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Why Systemic Change is Hard

by Judy Ryan

I recently completed a certification program with a group of bright, experienced, enterprise-agile consultants. In our final session, one of them asked, “Why is systemic change so difficult when it comes to social and emotional thinking and behaving? It’s these needed areas of change that drive so much resistance in our agile change process.” He added, “The social and emotional changes we just learned in your culture model should come before agile transformation.”

My take is that all systems change contains social and emotional components key to the success of every transformation process. The main reason for resistance to the social and emotional is that we are all being called to move to win/win thinking and behaving rather than win/lose, whether we know it or not. For many, there is resistance to letting go of win/lose (often by a death grip) because win/lose seems to benefit some. They fear that win/win will cost them. There’s nothing further from the truth. Win/lose is familiar, but fears of shifting to win/win are unfounded and destructive to all.

Most people don’t realize their attraction and addiction to subtle (and not-so-subtle) ways they abuse power. Their very identity is attached to overt and covert intimidation, threats, dangling carrots, praise, criticism, neglect, and enabling. These abuses of power keep others in an inferior position that negatively effects their social, emotional and physical experiences. Win/lose requires a numbing of empathy and social interest, the consideration of others. Win/lose promotes individualism at the cost of love and caring; it costs even those who think they are winning.

In Samuel Arbesman’s work on change blindness, he states there is a problem with change for two primary reasons. One is that we have to go out of our way to change. We have to consider why we want to change, what we should transform from and into, and then put in the effort to make the specific mindset and behavior changes. I recently did this when I committed to do 75 hard, a regimen for 75 days, in which I worked out daily for 90 minutes, drank a gallon of water, followed a chosen diet religiously, took a picture of my body, and read 10 pages of a non-fiction book. If I missed a step, I would have to start over. I did not miss a step. The changes were hugely beneficial on many levels, but it was not easy (especially in the beginning), and it was not always comfortable or convenient. So, going out of our way is a big deal.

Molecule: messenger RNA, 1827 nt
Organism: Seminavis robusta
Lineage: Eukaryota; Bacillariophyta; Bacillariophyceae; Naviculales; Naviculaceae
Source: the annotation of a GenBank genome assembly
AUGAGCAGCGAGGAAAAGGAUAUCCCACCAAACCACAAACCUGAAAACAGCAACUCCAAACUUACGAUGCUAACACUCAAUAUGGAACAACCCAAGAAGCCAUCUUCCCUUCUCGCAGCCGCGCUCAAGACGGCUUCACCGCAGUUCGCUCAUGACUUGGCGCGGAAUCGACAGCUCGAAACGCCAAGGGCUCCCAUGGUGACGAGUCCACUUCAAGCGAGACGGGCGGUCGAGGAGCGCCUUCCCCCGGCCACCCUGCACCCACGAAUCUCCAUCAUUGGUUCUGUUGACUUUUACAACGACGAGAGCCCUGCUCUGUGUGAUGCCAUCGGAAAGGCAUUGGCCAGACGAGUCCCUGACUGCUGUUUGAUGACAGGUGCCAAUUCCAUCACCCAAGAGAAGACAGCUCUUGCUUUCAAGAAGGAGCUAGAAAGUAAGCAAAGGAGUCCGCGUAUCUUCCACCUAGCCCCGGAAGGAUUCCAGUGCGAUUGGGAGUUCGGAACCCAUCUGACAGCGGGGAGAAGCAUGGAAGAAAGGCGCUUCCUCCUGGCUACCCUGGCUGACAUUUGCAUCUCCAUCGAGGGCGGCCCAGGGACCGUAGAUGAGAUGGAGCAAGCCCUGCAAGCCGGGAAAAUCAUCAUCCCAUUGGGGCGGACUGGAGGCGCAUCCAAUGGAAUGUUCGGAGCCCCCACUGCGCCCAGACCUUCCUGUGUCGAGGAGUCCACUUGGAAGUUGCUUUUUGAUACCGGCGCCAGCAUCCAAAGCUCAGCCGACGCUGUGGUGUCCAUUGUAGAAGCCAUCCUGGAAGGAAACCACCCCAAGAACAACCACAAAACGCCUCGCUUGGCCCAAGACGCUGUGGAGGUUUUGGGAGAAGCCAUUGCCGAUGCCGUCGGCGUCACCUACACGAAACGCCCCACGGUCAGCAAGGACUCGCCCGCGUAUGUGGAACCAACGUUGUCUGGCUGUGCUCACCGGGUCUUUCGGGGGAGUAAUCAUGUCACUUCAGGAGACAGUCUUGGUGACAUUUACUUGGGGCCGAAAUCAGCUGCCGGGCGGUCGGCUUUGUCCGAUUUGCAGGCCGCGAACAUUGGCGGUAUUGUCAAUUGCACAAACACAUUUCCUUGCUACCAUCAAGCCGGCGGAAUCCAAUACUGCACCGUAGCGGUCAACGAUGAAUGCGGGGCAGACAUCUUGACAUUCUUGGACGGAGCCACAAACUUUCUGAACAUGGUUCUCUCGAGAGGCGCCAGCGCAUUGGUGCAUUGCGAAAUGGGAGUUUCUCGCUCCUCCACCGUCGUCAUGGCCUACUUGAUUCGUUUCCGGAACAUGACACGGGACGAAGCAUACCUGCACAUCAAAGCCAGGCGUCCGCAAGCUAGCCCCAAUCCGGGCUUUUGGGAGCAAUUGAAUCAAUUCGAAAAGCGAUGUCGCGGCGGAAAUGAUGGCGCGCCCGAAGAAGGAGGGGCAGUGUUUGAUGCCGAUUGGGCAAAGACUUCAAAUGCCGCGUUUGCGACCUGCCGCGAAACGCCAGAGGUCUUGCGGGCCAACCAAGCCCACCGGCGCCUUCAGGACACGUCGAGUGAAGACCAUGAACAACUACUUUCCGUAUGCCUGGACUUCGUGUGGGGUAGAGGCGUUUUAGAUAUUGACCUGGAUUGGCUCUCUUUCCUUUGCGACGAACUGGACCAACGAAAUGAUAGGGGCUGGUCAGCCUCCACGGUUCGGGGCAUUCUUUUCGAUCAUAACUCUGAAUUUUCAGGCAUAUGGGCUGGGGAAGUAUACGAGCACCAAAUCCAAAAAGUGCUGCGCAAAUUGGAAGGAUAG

The second reason Arbesman gives for why we dislike change is that we don’t like to consider our current ways of thinking and behaving as outdated. Social and emotional change often challenges our very identity and sense of security. If we begin to see that the win/lose thinking and behaving in which we’ve been indulging is not a winning strategy, or worse, is cause for all struggles within and between people, we not only feel the ground beneath us giving way, we may also feel guilty. In our society, because we are so bought into punishment and conditional love, we think that we deserve punishment if we are or have been guilty or wrong. Geesh - what a vicious cycle! So, what’s the solution?

To consider new systems (and I’m adding win/win systems), we need to scrutinize the status quo, win/lose beliefs and behaviors widely promoted and endorsed so we can recognize they are, in fact, primary root causes of all problems. We must also consider how to upgrade from win/lose systems to win/win systems and what specifically is required to do so. We must know and willingly engage in change, despite being uncomfortable. We will not feel tortured if we choose intentional purpose and high vision, combined with compassion, curiosity, and unconditional love for ourselves and one another.

When we see and acknowledge what win/lose systems are costing us and experience what’s possible with win/win systems, we eagerly remove barriers to real social and emotional systemic change. Then we make way for and succeed at every other needed change process effortlessly, whether these are best practices for globalization, technology, diversity, democracy, and any other trend and innovation.

Judy Ryan (judy@LifeworkSystems.com), human systems specialist, is owner of LifeWork Systems. Join her in her mission to create a world in which all people love their lives. She can also be reached at 314-239-4727.
People hire LifeWork Systems because we help businesses become agile and manage their priority system: their human system. I hope this article helps you make sense of what’s most crucial to your evolving organization!

 

Submitted 1 years 357 days ago
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